Should we try a different facility?

1 answer | Last updated: Jun 21, 2010
A fellow caregiver asked...

My mother is in the process of receiving physical therapy for a broken hip at a nursing home rehab facility. They are having a difficult time because she is short and over weight. Because of her size and height they can't support her and each day she is getting weaker.

Is there some thing that can be done to help the situation? Should we move her to a different facility? She is starting to get bed sores and a rash and I just don't want the situation to get worse from waiting and seeing.

Expert Answers

Kay Paggi, GCM, LPC, CGC, MA, is in private practice as a geriatric care manager and is on the advisory board for the Emeritus Program at Richland College. She has worked with seniors for nearly 20 years as a licensed professional counselor, certified gerontological counselor, and certified geriatric care manager.

Changing care facilities is always an option; you are not required to remain in a facility just because you started there. If the care your mother is receiving is not adequate, then you should definitely look into finding another that would provide better care.

Before you do that, make an appointment with the head of physical therapy and ask questions. The department head may not realize that her care has inadequate. There is a device called a 'Hoyer lift' that can be used to transfer heavy patients. Are they using one? Are they aware that she is a 2-person assist, and do they have adequate staff to care for her?

These become the questions you ask at an alternative facility. There is no point in moving her from one place to another unless you are certain the new one can do a better job. Talking to the head of PT may help you understand why your mother does not seem to be recovering as you expected. Between one third and one fourth of older adults who break a hip never regain the ability to walk again unassisted. Due to her weight, this may be the case with your mother.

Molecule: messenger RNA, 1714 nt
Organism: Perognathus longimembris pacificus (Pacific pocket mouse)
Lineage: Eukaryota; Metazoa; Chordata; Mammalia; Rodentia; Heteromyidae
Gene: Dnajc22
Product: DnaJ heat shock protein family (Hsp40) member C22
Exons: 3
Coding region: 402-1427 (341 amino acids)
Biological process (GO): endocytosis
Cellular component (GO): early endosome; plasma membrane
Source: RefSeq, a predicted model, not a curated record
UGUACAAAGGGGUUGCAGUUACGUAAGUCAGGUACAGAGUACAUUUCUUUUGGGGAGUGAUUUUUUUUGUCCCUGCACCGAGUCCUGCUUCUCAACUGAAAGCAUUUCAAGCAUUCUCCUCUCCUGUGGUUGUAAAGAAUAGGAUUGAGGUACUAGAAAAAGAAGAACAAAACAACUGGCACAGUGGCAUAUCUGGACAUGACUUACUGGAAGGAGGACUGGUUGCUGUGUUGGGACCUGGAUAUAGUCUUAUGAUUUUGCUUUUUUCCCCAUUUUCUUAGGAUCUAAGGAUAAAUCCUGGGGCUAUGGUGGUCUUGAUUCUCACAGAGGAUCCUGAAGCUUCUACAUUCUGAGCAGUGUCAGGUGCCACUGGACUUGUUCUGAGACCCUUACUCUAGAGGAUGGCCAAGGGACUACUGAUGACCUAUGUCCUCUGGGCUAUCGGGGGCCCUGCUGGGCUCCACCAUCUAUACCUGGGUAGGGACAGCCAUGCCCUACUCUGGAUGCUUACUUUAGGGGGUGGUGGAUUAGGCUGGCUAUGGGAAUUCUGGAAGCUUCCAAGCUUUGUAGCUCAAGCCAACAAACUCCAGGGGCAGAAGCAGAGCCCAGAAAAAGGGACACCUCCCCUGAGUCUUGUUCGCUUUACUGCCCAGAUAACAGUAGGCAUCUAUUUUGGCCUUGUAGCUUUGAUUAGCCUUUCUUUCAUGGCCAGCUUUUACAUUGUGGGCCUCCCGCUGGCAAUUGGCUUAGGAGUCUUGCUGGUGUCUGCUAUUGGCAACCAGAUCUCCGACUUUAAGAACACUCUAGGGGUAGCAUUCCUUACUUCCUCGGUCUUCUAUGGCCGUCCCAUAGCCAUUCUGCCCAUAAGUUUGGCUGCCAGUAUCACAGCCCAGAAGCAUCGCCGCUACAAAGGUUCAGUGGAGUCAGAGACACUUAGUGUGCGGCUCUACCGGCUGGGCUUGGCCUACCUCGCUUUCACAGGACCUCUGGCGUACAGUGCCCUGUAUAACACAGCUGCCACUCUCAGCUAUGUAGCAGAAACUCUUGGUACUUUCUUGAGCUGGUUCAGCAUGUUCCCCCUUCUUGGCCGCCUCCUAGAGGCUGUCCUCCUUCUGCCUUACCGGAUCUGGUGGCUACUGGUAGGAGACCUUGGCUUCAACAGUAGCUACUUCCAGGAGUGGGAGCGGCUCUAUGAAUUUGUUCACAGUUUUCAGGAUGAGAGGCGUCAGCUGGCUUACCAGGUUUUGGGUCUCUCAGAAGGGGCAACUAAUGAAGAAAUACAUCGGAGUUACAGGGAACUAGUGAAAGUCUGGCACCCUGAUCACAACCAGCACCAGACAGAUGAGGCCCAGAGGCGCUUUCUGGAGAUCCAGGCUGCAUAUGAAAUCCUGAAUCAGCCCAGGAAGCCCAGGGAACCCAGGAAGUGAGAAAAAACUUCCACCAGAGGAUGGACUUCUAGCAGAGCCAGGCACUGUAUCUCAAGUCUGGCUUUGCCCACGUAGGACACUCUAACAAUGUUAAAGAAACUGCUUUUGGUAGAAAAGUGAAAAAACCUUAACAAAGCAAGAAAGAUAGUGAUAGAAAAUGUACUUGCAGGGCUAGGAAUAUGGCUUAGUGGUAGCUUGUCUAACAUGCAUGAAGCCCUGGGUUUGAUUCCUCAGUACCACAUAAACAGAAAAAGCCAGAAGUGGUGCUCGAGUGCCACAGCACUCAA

There is NO reason why she should develop bed sores. Sometimes bedbound patients get them on their heels; these are harder to prevent. But bed sore on her hips are usually preventable by frequently changing her position and getting her into a chair from the bed. Again, ask someone in charge of care about this. If your mother is refusing to get up, then she will have the same problems in the next facility that she is having in this one.

If your mother is refusing to participate in rehab activities, she probably will not confess this to you. This information you will have to glean from asking the therapists in charge of her care. Rehab from a broken hip is hard work, and requires effort and commitment from the patient as well as the therapy staff.

Get the facts before you make a move, and if you must move her, be sure the new facility understands the problems and believes they can do a better job with her care.